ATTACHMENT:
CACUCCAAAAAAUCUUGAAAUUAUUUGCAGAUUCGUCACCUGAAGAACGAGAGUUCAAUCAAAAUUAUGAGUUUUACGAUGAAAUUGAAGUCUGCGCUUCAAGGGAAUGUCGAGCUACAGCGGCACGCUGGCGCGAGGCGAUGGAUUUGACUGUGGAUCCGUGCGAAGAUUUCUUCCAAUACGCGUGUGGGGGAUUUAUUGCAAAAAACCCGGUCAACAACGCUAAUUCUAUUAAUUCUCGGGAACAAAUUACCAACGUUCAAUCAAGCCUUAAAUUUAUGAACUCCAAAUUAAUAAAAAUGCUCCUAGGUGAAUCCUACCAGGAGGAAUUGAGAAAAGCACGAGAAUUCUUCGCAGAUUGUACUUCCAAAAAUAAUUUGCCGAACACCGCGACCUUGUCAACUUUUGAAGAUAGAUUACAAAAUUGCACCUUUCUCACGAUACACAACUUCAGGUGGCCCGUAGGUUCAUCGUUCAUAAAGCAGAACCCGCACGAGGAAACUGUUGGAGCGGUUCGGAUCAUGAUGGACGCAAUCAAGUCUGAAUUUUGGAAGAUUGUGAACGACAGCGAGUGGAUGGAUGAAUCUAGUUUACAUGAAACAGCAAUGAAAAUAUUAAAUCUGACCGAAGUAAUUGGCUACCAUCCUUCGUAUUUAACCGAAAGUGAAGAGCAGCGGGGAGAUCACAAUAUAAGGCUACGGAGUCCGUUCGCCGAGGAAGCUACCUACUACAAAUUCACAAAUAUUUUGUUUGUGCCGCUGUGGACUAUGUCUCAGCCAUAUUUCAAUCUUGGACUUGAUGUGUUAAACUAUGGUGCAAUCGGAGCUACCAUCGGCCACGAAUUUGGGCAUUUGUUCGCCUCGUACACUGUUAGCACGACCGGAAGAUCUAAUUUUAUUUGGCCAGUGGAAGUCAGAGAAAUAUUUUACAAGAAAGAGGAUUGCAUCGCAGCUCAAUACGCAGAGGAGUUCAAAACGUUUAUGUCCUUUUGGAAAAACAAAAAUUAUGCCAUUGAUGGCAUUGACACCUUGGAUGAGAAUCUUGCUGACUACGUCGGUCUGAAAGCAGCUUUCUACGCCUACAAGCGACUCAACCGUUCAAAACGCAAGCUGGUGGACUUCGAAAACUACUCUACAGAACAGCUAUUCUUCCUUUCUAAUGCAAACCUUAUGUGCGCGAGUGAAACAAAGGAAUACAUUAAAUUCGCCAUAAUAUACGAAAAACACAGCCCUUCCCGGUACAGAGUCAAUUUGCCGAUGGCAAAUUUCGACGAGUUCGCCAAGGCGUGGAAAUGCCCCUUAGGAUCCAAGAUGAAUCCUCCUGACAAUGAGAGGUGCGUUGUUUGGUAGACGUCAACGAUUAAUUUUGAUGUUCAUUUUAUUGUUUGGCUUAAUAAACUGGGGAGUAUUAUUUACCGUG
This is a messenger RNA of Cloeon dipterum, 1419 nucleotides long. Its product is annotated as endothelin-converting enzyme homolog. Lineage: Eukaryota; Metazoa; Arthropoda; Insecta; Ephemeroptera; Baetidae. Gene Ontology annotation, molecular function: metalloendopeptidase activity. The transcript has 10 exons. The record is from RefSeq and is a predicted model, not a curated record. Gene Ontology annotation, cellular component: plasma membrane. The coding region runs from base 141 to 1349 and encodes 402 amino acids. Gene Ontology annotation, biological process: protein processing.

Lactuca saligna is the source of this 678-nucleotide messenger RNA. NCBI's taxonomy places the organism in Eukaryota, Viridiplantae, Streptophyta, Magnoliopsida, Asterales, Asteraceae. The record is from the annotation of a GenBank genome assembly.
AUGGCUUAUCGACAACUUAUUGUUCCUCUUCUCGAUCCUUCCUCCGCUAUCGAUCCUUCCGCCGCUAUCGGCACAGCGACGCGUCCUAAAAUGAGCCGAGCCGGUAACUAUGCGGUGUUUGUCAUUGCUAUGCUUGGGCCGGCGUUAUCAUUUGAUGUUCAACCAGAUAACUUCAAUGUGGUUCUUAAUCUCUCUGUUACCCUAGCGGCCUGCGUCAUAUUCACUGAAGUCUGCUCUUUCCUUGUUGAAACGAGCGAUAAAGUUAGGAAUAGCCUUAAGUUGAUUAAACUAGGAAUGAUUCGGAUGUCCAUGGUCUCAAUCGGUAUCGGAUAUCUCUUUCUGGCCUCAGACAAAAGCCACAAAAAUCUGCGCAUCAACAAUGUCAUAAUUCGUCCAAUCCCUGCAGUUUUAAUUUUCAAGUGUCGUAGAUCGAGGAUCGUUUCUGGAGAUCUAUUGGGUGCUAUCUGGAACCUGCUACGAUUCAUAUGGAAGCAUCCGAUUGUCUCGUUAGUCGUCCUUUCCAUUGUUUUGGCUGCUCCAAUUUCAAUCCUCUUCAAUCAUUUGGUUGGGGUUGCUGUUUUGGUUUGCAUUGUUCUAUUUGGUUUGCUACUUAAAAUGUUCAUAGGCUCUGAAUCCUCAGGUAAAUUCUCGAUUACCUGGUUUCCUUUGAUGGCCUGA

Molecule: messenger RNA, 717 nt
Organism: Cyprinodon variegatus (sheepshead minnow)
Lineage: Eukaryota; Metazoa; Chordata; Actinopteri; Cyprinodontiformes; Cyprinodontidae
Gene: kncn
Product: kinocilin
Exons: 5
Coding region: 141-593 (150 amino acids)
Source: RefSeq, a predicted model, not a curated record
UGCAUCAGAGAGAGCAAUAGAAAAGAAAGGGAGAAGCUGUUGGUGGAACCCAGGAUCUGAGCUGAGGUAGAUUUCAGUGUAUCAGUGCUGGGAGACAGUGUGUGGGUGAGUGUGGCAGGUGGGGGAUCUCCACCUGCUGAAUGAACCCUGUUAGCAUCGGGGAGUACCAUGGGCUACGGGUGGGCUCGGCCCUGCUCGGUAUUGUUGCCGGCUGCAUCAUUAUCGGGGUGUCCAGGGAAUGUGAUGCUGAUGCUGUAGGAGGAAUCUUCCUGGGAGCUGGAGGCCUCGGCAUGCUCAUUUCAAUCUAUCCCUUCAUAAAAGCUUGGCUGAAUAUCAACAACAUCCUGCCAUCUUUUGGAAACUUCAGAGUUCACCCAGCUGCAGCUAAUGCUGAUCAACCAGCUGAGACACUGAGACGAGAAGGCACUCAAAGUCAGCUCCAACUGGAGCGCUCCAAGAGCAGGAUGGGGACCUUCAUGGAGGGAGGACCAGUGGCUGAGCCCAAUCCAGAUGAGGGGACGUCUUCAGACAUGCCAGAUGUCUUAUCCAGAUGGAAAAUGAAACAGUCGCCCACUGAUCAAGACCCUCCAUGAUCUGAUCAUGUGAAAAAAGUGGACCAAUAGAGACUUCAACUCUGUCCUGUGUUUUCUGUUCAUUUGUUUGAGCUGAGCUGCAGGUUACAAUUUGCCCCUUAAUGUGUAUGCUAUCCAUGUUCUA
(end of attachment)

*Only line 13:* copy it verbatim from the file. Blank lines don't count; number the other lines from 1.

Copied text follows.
UGCAUCAGAGAGAGCAAUAGAAAAGAAAGGGAGAAGCUGUUGGUGGAACCCAGGAUCUGAGCUGAGGUAGAUUUCAGUGUAUCAGUGCUGGGAGACAGUGUGUGGGUGAGUGUGGCAGGUGGGGGAUCUCCACCUGCUGAAUGAACCCUGUUAGCAUCGGGGAGUACCAUGGGCUACGGGUGGGCUCGGCCCUGCUCGGUAUUGUUGCCGGCUGCAUCAUUAUCGGGGUGUCCAGGGAAUGUGAUGCUGAUGCUGUAGGAGGAAUCUUCCUGGGAGCUGGAGGCCUCGGCAUGCUCAUUUCAAUCUAUCCCUUCAUAAAAGCUUGGCUGAAUAUCAACAACAUCCUGCCAUCUUUUGGAAACUUCAGAGUUCACCCAGCUGCAGCUAAUGCUGAUCAACCAGCUGAGACACUGAGACGAGAAGGCACUCAAAGUCAGCUCCAACUGGAGCGCUCCAAGAGCAGGAUGGGGACCUUCAUGGAGGGAGGACCAGUGGCUGAGCCCAAUCCAGAUGAGGGGACGUCUUCAGACAUGCCAGAUGUCUUAUCCAGAUGGAAAAUGAAACAGUCGCCCACUGAUCAAGACCCUCCAUGAUCUGAUCAUGUGAAAAAAGUGGACCAAUAGAGACUUCAACUCUGUCCUGUGUUUUCUGUUCAUUUGUUUGAGCUGAGCUGCAGGUUACAAUUUGCCCCUUAAUGUGUAUGCUAUCCAUGUUCUA